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Research reveals 2 in 3 Aussies ignorant of basic sun smart practices

Research reveals 2 in 3 Aussies ignorant of basic sun smart practices

Despite the plentiful campaigns around sun safety – such as the famous ‘slip slop slap’ now expanded to include ‘seek (shade) and slide’[1] – new research has revealed that the messages might not be getting through to a significant minority of Aussies, who don’t always know fact from fiction when it comes to sun protection.

Entity Health (entity-health.com), a line of Australian-made natural health supplements that address specific health and skin conditions at a cellular level, commissioned an independent, nationally representative survey of 1008 Australians. It presented respondents with 10 false statements about sun health and skin health and asked them which they think to be true.

One third (33 per cent) of respondents think that wearing SPF 50+ sunscreen means you can stay in the sun longer than if you are wearing SPF 30+ sunscreen. However, there is only a marginal difference between the two – SPF 30 filters about 96.7 per cent of UV radiation while SPF 50 filters 98 per cent.[2]

A quarter (25 per cent) of those in their 30s also don’t realise that sitting in the sun without sunscreen for 30 minutes is harmful to their skin. While sunburn isn’t always instantly felt, signs of it can start in as little as 15 minutes – such as skin being warm or hot to touch and feeling thirsty – with skin turning red within hours of being burnt.

Nearly one in four 18-39 year olds (21 per cent) incorrectly think being outdoors without sunscreen on an overcast day is not damaging to their skin. However, 68 per cent of over-40s know this can cause damage to the skin, as UV radiation – not sunlight – is what causes sunburn and can remain high even on cool or cloudy days.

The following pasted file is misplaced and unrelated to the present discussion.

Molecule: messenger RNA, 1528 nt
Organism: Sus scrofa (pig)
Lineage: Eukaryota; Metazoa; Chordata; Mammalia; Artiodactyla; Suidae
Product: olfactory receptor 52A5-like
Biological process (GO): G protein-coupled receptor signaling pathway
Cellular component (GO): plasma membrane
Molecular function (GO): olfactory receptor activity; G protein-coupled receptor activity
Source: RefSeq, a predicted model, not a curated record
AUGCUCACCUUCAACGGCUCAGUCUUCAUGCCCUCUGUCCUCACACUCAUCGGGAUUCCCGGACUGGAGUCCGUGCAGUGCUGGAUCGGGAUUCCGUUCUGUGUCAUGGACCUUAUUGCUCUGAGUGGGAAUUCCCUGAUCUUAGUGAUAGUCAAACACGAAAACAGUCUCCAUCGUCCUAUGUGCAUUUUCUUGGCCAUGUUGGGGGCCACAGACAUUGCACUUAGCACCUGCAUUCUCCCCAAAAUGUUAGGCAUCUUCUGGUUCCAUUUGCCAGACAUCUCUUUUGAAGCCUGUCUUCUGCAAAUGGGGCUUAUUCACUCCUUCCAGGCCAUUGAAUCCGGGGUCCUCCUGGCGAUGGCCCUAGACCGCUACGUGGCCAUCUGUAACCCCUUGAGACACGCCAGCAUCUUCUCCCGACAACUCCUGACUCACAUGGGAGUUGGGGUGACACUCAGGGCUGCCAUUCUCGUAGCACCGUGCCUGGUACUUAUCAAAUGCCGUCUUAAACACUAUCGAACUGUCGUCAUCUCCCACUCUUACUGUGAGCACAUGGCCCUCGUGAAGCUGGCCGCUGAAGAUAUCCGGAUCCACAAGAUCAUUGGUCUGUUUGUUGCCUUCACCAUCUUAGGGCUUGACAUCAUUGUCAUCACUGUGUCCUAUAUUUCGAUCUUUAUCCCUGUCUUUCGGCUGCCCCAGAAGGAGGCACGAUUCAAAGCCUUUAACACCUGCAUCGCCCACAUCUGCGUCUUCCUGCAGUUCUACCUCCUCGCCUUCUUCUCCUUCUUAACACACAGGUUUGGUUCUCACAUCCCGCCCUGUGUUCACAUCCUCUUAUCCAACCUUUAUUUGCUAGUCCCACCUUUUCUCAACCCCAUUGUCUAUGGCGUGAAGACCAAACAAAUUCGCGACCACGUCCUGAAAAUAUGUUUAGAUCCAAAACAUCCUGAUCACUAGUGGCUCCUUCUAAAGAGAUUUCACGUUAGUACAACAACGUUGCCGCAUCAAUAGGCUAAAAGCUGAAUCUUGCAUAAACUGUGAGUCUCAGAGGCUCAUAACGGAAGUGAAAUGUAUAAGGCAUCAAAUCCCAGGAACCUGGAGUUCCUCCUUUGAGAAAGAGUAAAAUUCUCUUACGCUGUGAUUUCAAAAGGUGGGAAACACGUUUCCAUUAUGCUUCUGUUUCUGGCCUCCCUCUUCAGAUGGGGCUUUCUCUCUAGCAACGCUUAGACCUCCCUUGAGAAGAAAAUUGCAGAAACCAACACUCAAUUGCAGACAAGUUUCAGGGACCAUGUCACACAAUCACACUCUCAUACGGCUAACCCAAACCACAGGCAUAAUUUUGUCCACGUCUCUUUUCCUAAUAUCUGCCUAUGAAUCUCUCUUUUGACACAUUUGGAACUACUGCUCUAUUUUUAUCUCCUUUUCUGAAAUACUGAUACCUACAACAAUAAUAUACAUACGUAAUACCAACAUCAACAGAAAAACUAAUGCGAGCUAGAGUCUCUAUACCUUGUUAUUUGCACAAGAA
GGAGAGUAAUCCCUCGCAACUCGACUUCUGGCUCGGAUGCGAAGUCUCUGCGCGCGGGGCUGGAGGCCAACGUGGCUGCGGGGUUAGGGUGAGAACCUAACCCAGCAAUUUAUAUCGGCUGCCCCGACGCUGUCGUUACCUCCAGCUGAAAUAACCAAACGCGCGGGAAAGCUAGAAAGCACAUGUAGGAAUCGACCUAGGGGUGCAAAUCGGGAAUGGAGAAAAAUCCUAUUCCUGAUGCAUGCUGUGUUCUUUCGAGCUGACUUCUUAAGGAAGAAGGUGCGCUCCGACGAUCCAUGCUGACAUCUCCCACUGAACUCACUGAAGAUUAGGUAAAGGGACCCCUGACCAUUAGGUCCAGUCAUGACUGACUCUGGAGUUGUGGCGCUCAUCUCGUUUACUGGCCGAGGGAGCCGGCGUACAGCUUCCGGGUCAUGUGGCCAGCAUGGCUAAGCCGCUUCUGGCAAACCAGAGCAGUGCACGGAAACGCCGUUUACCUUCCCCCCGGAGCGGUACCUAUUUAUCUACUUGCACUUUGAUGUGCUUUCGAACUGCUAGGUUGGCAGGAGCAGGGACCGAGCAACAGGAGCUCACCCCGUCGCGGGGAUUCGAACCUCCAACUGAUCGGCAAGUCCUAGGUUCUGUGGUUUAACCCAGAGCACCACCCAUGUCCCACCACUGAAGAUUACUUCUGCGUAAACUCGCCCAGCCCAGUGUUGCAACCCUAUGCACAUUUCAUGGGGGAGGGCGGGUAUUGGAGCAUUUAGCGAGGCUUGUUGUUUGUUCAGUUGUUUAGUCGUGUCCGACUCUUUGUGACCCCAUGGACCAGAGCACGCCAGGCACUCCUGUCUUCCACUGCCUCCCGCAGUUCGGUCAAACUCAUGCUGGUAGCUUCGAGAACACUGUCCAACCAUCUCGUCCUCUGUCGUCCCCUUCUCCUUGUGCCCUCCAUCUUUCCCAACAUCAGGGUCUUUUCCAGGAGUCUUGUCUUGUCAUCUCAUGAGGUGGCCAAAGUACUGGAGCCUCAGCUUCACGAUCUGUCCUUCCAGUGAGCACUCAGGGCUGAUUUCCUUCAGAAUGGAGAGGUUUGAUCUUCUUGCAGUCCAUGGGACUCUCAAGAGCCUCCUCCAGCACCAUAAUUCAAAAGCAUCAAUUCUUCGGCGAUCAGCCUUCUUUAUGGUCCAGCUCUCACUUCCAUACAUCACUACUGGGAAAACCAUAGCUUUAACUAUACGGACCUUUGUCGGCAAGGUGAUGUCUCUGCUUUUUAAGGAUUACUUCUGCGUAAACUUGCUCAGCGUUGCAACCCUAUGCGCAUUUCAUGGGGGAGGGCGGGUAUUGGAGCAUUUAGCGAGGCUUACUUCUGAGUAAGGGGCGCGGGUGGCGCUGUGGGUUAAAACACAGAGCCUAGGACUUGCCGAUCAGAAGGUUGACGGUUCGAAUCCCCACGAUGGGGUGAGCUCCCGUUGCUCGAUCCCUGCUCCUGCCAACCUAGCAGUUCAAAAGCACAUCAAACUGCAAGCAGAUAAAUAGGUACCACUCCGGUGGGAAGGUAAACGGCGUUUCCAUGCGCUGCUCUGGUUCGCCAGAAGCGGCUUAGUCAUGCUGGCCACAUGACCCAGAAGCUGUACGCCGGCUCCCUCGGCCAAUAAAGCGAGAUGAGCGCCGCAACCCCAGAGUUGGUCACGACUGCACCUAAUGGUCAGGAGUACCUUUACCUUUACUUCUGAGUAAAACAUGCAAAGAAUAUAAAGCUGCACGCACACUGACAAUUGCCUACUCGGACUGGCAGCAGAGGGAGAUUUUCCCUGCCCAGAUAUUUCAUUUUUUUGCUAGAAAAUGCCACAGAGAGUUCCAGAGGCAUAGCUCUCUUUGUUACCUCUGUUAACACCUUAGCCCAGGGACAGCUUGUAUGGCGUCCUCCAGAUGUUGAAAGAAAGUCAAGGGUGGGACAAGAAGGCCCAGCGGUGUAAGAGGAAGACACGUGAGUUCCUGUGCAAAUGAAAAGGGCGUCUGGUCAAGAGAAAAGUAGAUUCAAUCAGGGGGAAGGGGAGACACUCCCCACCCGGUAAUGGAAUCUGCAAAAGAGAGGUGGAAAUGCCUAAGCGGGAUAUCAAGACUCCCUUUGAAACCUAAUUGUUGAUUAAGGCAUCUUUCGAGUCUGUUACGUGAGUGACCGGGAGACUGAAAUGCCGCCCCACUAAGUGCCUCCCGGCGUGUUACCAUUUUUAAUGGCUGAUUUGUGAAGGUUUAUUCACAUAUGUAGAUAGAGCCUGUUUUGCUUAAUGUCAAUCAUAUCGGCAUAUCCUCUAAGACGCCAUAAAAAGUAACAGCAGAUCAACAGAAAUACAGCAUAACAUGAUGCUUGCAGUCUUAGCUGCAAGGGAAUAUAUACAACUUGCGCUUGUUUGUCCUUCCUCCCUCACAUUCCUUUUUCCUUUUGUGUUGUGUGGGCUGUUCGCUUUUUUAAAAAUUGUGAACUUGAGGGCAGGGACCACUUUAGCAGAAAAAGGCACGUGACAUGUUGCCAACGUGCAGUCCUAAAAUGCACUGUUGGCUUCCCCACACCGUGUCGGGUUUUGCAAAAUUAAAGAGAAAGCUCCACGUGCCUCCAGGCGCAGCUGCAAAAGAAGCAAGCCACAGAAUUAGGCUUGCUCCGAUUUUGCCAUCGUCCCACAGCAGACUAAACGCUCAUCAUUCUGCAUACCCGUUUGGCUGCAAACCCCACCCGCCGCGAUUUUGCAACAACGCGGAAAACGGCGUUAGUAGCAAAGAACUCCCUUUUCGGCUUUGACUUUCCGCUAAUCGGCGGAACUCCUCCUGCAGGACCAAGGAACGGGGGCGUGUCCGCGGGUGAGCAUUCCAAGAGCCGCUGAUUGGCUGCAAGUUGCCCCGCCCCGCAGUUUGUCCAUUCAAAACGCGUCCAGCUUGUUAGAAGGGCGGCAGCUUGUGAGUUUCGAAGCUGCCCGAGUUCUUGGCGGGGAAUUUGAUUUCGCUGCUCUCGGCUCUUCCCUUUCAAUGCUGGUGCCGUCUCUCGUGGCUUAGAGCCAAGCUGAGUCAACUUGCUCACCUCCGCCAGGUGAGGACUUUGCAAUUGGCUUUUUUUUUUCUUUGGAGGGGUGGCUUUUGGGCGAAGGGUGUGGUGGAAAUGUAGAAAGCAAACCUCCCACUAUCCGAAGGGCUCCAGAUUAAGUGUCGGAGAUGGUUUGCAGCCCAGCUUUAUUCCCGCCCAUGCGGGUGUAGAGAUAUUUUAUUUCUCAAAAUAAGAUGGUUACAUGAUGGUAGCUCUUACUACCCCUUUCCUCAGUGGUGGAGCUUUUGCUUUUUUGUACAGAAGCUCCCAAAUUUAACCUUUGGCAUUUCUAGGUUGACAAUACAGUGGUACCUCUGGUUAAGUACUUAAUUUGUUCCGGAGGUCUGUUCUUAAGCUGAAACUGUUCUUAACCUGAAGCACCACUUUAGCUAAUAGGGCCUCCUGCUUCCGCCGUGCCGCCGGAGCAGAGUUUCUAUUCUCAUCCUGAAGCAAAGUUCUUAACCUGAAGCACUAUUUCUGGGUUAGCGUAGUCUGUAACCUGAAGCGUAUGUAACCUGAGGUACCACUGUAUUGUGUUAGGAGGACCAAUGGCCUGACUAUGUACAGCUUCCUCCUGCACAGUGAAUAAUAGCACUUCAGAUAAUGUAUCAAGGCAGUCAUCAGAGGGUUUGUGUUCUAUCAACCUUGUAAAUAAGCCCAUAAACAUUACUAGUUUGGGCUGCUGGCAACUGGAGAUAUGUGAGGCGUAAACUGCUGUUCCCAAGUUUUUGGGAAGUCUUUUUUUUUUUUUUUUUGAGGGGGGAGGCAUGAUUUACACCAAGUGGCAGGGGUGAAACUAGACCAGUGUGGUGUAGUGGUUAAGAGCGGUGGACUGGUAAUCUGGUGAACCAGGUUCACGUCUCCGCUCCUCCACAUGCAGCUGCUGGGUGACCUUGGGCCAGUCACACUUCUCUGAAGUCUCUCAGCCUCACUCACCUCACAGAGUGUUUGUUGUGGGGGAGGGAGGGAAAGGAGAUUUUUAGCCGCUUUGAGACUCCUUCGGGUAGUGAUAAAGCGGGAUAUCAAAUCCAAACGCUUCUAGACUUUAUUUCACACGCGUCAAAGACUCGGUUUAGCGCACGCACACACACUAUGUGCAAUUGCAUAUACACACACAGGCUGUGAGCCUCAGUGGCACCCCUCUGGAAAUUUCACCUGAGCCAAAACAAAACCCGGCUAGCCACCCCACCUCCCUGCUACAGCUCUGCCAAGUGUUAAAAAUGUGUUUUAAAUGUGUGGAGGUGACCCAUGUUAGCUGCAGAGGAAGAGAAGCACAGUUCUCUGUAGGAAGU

While outdoor recreation and drinking goes hand in hand during Australian summers, 18 per cent of 30-somethings don’t realise this combination is damaging to their skin, compared with just 10 per cent of over 50s. Research suggests that alcohol increases the skin’s sensitivity to the sun.[3] Thirteen (13) per cent of respondents in their 30s incorrectly believe they don’t need to reapply sunscreen after they’ve applied it once.

The survey also asked respondents about how they dealt with sunburn. Of concern, just 10 per cent stay out of the sun in the days to follow. Younger age groups were less likely to stay out of the sun when suffering from a sunburn:  just four per cent of under 30s, compared with seven per cent of those in their 30s, eight per cent of 40-somethings, 10 per cent of those in their 50s and 19 per cent of over 60s.

When respondents were asked what remedy they use the most for sunburns, 50 per cent say aloe vera gel or moisturisers. Just 12 per cent drink more water to rehydrate.